The Pearl Gourami has a striking appearance that makes them a top choice for many new fish keepers. Pearl Gourami reach an adult size of 4 to 5 inches, with females growing slightly larger than males. They have a long dorsal fin, a single caudal fin, and an elongated anal fin. All Pearl Gourami have two long, tendril-like ventral fins that extend from their bodies. They use their ventral fins to navigate their environment and for sensory information.

A Pearl Gourami’s coloration is usually a silverish brown, but can sometimes appear as a deep red. They can sometimes have a mixture of oranges, blues, and reds along the bottom half of their bodies which makes them look vibrant. On top of their impressive coloration, Pearl Gourami have small white dots which allows them to stand out in an aquarium. The male Pearl Gourami is more colorful than the female.

How to Take Care of Pearl Gourami

Habitat, Tank Conditions & Setup

Pearl Gourami require a minimum tank size of 20 gallons. They should only be kept in rectangular fish tanks, and not tall ones or small aquaria like bowls and vases. Pearl Gourami need space to swim and explore their environment, and they are not ideal for nano aquariums. If you keep more than one Pearl Gourami in the tank or plan to add them to a community aquarium, ensure that the size is large enough to support all the inhabitants.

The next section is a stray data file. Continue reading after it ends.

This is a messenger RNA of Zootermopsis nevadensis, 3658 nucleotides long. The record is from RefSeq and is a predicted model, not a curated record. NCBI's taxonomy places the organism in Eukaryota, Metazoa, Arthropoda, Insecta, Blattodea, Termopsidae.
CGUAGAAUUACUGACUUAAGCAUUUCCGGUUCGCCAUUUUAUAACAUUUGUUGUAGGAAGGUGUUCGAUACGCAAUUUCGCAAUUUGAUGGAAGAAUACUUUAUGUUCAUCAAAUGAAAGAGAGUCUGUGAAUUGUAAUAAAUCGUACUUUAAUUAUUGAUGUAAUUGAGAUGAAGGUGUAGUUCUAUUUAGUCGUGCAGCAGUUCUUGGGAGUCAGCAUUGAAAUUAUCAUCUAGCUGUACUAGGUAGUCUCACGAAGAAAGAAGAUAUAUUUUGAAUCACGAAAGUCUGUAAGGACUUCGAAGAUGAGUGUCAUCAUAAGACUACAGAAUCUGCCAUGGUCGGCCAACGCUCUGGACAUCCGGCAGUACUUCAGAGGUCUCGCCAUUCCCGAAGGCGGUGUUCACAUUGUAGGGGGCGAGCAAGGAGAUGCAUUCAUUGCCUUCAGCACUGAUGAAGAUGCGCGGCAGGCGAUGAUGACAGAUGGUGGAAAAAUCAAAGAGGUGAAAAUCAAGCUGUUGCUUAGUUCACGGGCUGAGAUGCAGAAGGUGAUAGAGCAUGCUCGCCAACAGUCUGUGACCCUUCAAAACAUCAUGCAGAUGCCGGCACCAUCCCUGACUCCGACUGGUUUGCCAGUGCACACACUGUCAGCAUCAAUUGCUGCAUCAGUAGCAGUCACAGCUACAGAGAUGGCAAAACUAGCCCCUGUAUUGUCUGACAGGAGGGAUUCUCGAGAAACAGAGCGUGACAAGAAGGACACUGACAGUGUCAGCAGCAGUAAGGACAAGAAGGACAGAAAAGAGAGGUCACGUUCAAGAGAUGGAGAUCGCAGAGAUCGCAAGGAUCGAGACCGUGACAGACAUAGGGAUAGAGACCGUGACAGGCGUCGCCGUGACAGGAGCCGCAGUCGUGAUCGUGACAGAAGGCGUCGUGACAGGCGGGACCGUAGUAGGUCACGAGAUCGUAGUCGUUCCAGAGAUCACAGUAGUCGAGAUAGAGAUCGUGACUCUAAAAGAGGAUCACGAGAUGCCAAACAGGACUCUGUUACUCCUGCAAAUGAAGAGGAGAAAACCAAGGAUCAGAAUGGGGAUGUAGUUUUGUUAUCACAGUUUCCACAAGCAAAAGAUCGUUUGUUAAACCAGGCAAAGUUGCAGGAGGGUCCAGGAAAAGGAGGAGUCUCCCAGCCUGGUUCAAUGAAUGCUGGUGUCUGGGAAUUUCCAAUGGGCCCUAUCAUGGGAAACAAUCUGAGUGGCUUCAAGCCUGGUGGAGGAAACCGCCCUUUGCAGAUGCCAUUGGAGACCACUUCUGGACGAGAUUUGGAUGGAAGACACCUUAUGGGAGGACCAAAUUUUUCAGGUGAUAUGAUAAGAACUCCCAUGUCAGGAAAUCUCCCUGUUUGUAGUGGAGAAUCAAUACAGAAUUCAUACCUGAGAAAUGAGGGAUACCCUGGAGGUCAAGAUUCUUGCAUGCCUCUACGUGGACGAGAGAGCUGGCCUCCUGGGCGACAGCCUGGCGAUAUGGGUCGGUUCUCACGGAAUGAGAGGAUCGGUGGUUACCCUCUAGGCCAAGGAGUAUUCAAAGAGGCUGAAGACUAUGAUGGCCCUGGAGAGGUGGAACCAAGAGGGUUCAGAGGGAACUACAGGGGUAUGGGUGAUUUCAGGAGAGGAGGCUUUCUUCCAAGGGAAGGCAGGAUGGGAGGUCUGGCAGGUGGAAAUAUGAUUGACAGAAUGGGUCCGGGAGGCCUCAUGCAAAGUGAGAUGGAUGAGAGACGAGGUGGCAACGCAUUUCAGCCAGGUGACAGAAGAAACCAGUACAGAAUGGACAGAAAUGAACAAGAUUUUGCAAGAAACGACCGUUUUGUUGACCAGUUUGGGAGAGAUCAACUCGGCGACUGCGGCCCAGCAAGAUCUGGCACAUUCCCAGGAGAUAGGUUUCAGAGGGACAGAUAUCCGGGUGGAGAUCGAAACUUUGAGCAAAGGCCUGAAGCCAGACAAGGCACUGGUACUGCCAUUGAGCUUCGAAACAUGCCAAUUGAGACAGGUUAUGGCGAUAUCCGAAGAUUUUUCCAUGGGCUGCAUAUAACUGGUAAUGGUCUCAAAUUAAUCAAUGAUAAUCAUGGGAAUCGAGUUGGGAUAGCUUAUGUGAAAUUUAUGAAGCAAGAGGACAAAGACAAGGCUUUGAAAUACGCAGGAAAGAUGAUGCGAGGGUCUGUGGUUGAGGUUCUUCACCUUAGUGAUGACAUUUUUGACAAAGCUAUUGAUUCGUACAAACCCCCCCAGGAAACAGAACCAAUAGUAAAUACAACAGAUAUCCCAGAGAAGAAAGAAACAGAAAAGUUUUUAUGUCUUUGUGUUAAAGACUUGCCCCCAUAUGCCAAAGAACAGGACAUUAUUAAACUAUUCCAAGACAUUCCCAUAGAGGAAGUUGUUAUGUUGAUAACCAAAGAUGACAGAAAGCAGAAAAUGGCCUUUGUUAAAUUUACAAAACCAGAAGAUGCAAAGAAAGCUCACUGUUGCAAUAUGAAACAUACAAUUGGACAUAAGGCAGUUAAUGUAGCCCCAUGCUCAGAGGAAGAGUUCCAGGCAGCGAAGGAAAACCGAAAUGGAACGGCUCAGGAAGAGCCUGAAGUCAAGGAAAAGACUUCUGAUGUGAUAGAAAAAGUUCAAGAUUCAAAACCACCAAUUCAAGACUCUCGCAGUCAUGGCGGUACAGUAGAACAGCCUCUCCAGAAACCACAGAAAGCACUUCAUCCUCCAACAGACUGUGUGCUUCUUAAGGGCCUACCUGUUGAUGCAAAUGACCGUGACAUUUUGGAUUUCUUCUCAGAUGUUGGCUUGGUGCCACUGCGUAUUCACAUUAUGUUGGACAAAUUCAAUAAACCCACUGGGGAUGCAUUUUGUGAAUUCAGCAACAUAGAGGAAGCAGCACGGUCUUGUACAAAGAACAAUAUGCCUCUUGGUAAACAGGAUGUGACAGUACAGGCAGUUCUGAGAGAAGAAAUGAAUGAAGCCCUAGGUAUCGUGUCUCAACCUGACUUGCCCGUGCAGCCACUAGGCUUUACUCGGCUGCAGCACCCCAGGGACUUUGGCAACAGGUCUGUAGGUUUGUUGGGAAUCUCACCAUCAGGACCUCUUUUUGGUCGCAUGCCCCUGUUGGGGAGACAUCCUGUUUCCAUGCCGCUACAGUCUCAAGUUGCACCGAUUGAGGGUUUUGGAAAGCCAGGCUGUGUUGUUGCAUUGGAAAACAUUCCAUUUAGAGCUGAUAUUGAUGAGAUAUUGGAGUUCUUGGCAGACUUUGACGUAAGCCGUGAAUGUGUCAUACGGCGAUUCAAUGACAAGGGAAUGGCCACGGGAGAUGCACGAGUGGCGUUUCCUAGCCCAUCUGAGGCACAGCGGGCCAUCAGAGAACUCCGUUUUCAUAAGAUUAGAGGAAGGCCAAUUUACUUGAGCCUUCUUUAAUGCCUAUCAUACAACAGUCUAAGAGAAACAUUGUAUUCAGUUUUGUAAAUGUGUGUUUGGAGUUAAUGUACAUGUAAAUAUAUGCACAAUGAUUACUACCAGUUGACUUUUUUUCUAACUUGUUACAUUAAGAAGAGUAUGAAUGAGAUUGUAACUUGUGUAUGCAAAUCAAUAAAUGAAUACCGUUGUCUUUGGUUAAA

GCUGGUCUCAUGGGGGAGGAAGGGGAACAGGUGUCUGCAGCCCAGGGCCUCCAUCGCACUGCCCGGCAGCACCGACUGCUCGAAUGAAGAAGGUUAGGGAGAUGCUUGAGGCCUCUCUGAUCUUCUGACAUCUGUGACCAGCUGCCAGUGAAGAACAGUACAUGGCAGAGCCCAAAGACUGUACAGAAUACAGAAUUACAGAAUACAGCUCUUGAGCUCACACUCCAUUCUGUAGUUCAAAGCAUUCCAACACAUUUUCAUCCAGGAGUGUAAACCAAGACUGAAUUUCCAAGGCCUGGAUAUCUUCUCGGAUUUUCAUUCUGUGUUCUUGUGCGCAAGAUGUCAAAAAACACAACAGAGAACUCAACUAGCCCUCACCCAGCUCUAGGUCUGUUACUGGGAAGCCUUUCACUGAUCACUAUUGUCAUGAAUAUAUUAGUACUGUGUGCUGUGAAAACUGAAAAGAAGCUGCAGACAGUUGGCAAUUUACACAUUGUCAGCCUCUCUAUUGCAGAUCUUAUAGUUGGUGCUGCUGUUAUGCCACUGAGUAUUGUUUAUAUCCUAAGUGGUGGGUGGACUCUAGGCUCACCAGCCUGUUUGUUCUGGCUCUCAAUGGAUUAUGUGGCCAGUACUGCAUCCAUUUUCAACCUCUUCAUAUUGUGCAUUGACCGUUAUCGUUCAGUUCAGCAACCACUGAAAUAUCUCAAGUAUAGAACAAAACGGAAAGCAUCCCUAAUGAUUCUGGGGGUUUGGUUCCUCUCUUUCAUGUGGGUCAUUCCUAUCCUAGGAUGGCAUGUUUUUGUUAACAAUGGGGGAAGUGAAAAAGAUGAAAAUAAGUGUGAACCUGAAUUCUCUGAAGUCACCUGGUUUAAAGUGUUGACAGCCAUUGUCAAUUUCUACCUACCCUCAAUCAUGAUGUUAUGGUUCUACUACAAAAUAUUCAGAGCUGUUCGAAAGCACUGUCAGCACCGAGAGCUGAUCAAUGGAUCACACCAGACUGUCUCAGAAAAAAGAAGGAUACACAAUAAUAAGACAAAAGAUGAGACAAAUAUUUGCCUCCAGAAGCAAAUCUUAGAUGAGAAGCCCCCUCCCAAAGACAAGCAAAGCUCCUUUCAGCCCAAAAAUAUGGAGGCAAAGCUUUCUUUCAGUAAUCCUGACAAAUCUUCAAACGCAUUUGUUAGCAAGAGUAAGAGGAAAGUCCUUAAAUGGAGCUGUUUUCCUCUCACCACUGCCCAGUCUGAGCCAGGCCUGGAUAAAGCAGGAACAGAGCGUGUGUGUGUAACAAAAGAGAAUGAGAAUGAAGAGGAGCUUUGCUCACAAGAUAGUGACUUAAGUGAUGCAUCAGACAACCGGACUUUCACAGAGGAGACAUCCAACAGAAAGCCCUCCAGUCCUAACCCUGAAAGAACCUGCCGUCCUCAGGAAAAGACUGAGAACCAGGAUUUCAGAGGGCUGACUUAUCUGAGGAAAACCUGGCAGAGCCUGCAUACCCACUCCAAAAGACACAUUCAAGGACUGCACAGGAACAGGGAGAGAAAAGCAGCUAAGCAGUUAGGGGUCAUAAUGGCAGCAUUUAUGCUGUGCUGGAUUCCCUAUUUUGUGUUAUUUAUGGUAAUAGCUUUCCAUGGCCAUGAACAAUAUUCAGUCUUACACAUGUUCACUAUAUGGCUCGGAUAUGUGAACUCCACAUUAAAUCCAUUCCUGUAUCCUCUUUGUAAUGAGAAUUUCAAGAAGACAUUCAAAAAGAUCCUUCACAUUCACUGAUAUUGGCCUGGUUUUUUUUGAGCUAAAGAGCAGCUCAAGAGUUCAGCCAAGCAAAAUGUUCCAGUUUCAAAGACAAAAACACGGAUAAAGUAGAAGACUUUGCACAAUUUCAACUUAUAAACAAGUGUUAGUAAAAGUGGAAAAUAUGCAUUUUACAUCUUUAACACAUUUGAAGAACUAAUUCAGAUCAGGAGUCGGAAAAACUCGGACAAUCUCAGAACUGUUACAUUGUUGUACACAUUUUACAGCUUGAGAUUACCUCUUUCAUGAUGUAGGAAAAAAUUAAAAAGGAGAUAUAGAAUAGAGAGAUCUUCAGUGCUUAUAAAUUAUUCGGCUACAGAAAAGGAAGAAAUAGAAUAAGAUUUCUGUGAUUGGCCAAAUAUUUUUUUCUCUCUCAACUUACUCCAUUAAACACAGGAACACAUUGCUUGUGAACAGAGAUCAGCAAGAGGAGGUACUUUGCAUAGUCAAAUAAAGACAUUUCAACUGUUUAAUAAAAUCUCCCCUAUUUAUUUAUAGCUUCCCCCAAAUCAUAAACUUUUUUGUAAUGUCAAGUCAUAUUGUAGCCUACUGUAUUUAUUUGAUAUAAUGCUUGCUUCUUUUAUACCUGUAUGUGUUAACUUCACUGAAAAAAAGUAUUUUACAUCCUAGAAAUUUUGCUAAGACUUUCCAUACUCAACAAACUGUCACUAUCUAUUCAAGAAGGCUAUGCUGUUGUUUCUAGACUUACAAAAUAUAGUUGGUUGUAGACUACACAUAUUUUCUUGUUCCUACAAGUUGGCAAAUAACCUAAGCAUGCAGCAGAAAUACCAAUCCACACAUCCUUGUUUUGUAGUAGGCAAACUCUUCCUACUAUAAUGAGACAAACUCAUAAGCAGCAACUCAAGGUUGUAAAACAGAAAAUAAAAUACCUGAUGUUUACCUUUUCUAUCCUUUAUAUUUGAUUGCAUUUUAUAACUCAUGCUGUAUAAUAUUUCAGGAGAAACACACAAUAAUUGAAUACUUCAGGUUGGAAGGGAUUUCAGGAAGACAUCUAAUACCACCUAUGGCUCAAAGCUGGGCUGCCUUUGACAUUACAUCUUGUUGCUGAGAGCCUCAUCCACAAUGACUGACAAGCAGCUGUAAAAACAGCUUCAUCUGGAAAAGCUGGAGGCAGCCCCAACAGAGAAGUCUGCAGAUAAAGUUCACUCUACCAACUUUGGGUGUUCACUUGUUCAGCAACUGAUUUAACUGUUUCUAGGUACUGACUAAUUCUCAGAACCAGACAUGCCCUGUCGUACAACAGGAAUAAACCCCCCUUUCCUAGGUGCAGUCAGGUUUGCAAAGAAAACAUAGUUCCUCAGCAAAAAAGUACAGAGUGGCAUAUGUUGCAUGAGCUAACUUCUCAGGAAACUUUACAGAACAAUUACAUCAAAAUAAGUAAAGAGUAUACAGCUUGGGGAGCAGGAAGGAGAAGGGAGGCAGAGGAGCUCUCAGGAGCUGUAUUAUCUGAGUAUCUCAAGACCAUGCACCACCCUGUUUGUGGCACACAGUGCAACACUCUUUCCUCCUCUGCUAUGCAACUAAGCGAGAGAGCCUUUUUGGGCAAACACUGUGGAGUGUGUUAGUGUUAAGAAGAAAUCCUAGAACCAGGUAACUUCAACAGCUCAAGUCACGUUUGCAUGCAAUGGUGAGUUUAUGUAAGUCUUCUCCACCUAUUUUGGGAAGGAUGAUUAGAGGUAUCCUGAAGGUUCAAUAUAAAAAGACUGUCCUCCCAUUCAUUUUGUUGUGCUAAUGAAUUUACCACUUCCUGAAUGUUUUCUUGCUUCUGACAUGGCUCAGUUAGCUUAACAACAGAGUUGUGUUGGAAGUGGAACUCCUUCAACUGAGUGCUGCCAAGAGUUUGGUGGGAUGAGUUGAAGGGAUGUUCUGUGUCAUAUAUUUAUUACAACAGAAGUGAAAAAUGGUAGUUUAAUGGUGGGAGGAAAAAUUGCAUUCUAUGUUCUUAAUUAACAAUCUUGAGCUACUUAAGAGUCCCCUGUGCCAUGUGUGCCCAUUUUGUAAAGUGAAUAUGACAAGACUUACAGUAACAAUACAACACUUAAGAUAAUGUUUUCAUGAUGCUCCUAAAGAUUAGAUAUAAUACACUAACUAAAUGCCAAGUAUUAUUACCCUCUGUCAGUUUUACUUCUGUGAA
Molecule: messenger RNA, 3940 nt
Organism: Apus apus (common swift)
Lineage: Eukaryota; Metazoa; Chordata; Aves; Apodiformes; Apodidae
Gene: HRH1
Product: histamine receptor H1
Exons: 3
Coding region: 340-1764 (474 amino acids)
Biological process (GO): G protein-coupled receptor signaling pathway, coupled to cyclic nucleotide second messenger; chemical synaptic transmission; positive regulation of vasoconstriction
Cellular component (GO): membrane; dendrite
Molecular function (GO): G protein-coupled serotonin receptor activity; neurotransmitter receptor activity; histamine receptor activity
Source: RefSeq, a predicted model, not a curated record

Water Quality & Conditions

Although they are hardy fish that can tolerate some fluctuation in water quality, good water quality is essential for your Pearl Gourami’s health. They are freshwater and tropical fish that require warm and slightly acidic waters. A heater is necessary for your Pearl Gourami’s aquarium and the temperature should be kept above 70 degrees Fahrenheit.

The pearl gourami in aquarium
Image Credit: Andrej Jakubik,Shutterstock
Temperature 75 to 82 degrees Fahrenheit
pH range 5 to 8
Ammonia 0 ppm
Nitrite 0 ppm
Nitrate below 20 ppm